a birchbark canoe

Inwales and outwales

the inwales and thwarts Now the canoe is ready for the inwales and outwales. These are the inside and outside thwart/inwale jointpieces of cedar that run along the top of the canoe. I made these out of cedar logs, split very carefully and then shaped with a knife and plane. My outwales are 1 inch by 1/2 inch thick and the inwales are 1 inch by 3/4 inch thick. I bought a nice shaped carrying thwart made out of birch and made two more thwarts for the front and back out of a white ash tree I had previously cut to try making baskets from. I made mortise and tenon joints with a chisel to join the thwarts and inwales but the inwales are joined with temporary thwarts made of scrap cedar tied together for now.

On the left you can see the thwarts and inwales lashed together to see how it will look (not very symmetrical at this point). You can't see it but the outside bottom edge of the inwales (which will be against the bark in the canoe) has the corner cut off. This is to wedge the ribs into to hold them in place.

I carefully set the inwale and thwart assembly into the canoe but one of the stakes was too tight and the inwales would not fit into place. I pushed too hard and disaster struck - one of the inwales broke! After a lot of nasty words I realized that the inwale could still be used if I cut it off at the broken spot and moved the joints, plugging the previous holes. The resulting inwale was not quite long enough but would do. This time I loosened the tight stake, used a lot of hot water, and worked gently to put the inwales in place. Once they were in position I trimmed the extra bark off above the inwales.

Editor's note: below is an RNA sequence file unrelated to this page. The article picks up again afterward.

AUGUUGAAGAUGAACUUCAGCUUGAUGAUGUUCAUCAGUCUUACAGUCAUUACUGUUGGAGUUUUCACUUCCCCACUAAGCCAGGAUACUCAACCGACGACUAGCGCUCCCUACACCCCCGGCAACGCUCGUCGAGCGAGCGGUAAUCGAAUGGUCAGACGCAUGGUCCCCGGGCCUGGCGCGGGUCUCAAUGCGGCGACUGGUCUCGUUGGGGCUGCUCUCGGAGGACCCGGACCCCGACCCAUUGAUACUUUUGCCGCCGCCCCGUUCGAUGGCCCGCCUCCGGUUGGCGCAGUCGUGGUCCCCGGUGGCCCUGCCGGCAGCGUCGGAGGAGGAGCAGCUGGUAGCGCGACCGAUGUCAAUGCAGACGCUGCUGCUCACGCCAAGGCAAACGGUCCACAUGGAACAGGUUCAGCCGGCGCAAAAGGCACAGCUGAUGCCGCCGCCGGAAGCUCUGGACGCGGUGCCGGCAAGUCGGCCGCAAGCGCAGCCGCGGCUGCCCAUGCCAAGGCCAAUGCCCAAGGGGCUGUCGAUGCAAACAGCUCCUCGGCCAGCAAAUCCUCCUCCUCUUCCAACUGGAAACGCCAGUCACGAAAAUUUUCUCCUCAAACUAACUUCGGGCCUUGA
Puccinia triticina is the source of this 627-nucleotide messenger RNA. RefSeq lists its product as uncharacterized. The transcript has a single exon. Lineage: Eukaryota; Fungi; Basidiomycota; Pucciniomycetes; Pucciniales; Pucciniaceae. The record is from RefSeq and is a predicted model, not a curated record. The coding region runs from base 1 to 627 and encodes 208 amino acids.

split outwales at the bow and stern - click to see it biggerNow it's time to put the outwales on. These pieces take the graceful upward shape of a pegging the gunwales - click to see it biggercanoe at the ends and in order to be able to bend like this they must be tapered and split. I split the outwales horizontally so each piece would bend independently upwards. Then I clamped the outwales into place. In the picture (click on it to see it big) you can see the split outwale and how the inwales and outwales are clamped together, using a small piece of scrap bark to protect the soft cedar from the metal clamps.

Next the inwales and outwales are pegged together. I used hardwood dowels. I drilled holes through the inwales and outwales using my trusty hand drill, pounded the pegs into place and then sawed them off flush. Once I had finished doing this I realized that I had cut the bevels on the inwales on the wrong side and there was nothing for the ribs to catch on. There was nothing to do but lie upside down inside the canoe and recut them with a knife!

lashing the gunwales - click to see it biggerNext come one of the most time consuming parts of building a birchbark canoe - lashing close up of lashing - click to see it biggerthe inwales and outwales together with spruce roots. You start by wedging one end of the root between the inwales and outwales. Then you lash them together round and round, ending by taking the root back through some of the previous holes. Click on the pictures to see them bigger.

I found I needed about 5 to 6 feet of root for one lashing. My roots were not as straight as I would have liked, which would have made for neater lashings. The position of each lashing was marked because it has to be in between where the ribs will be.

Back to Building a birchbark canoe
On to Bow and stern

Judy Kavanagh 2001